[49] There are two major changes taking place during this transition that can explain the sudden decrease in the transport. One is related to the north-south displacement of the Gulf Stream and the other one has to do with the reorganization of the flow around the deep and shallow DWBC velocity cores. Prior to the winter 2007–2008 (Figure 10, left), the Gulf Stream's North Wall, seen here as the transition from the negative to the positive downstream velocity, lays south of W5, beyond the array limits. The flow at the top of mooring W5 is to the southwest at this time. The largest velocities are found in the deepest of the velocity cores, slightly displaced offshore from its mean location at the bottom of W4 to the bottom of W5. The shallower of the deep cores, typically located around 2500 m, is weaker and somewhat isolated from the surrounding flow. The shallow velocity core is also weak. After the transition (Figure 10, right), the northeastward flow in the deep Gulf Stream penetrates all the way to the bottom at W5 and the North Wall is now north of W4. In the upper part of the array, both the shallow and intermediate velocity cores intensified, and the flow becomes relatively barotropic everywhere north of W3. The deep core at the base of W4 is weaker and isolated from the rest of the southward flow.

[50] As a result of the changes in the position of the Gulf Stream and the associated reorganization of the deep flow, W4 and W5 experienced some of the largest velocity fluctuations in the entire array (Figure 7, top). The magnitude of these fluctuations can be seen in the integrated wavelet amplitude of the kinetic energy calculated from the original current meter data at W4 for different depths (Figure 11). The wavelet amplitude shows that motions are most energetic near the bottom, around the deep velocity core, and at the top of the mooring (∼1000 m) right at the base of the surface intensified flow in the Gulf Stream. The peak in wavelet amplitude for the winter of 2007–2008 is the most energetic event in the record at W4 and in the whole array only exceeded by the large ring event in 2006 (see Figure 7).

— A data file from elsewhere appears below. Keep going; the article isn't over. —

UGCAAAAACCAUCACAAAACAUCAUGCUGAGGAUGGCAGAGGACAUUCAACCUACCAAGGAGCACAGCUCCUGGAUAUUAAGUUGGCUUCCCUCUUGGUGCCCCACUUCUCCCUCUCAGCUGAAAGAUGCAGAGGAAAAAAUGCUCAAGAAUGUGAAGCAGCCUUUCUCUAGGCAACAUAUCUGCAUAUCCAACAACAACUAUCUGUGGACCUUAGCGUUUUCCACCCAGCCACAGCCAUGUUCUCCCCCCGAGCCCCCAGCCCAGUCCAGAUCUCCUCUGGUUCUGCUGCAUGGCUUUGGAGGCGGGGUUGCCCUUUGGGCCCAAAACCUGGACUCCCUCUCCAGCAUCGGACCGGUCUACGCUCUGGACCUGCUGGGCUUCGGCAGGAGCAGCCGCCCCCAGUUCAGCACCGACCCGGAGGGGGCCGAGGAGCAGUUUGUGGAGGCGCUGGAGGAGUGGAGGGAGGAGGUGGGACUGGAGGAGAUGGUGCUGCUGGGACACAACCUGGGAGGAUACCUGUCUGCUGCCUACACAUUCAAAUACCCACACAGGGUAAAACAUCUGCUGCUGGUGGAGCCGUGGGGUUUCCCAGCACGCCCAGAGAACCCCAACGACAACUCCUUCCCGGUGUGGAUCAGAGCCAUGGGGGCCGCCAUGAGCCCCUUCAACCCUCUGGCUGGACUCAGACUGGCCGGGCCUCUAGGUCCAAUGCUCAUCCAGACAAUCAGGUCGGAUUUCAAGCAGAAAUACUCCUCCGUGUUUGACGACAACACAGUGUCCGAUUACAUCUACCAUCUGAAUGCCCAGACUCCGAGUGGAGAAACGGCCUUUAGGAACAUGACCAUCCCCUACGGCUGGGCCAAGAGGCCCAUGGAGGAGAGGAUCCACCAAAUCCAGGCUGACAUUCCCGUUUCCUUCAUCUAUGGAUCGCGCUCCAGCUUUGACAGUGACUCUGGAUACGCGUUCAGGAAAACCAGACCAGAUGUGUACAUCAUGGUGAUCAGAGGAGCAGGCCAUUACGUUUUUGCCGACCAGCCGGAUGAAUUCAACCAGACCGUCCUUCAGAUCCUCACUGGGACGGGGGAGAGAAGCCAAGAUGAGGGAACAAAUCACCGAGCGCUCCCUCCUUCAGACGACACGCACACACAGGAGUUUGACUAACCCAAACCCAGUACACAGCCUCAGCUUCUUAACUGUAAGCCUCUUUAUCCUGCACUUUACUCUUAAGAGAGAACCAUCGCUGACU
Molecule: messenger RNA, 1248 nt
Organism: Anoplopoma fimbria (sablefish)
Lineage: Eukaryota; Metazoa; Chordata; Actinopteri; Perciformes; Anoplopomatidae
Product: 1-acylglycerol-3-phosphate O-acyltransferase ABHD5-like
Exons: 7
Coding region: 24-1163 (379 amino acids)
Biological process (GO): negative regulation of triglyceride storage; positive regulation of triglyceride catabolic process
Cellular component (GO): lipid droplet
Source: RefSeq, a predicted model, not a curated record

Figure 11.

Integral of the wavelet amplitude of the kinetic energy from mooring W4 at different depths (no data for the bottom current meter were available for the first 2 years of the record). The energetic event during the winter of 2007–2008 has no corresponding peak in the ring/meander index (Figure 7, bottom).

8. Summary and Discussion

[51] The mean DWBC inferred from the Line W moored array observations for the period 2004–2008 consists of three distinct velocity cores: two bottom intensified features located at the base of the dLSW (∼2500 m isobath) and the DSOW (∼3500 m isobath), and a shallow one within the depth range of the uLSW approximately along the 2000 m isobath. These cores have typical velocities of 5–10 cm s−1 to the southwest, and are embedded in a background flow that is also directed to the southwest but with velocities that are weaker by a factor of 2. The southwestward flow in the DWBC is bounded offshore by the deep Gulf Stream, with velocities of a few centimeters per second to the northeast near the North Wall in the upper 2000 m of the water column. The Eulerian nature of these mean flows, together with the fact that the Gulf Stream is only partially sampled by Line W, are responsible for the small, compared to typical stream coordinate time mean Gulf Stream velocities in this area [Johns et al., 1995; Meinen et al., 2009], values reported here.

[52] The time series measured by the array documents energetic motions at a wide range of frequencies, with greater energy concentrated near the bottom and at the offshore end of the array. Velocity fluctuations near the bottom occur in the along-isobath direction with periods ranging from two weeks to two months, most likely associated with TRW generated by Gulf Stream instabilities. Rings and meanders, when present in the array, can cause fluctuations in the velocity and density fields that are 1 order of magnitude larger than the climate-related variability of the Slope Water and DWBC. Approximately 15% of the 4 year record at Line W is affected by them. The integrated effect of both rings and meanders in the 4 year record mean is a reduction of the southwestward flow across the array by a few sverdrups, flow that must be deflected offshore as shown by theBower and Hunt [2000] float trajectories.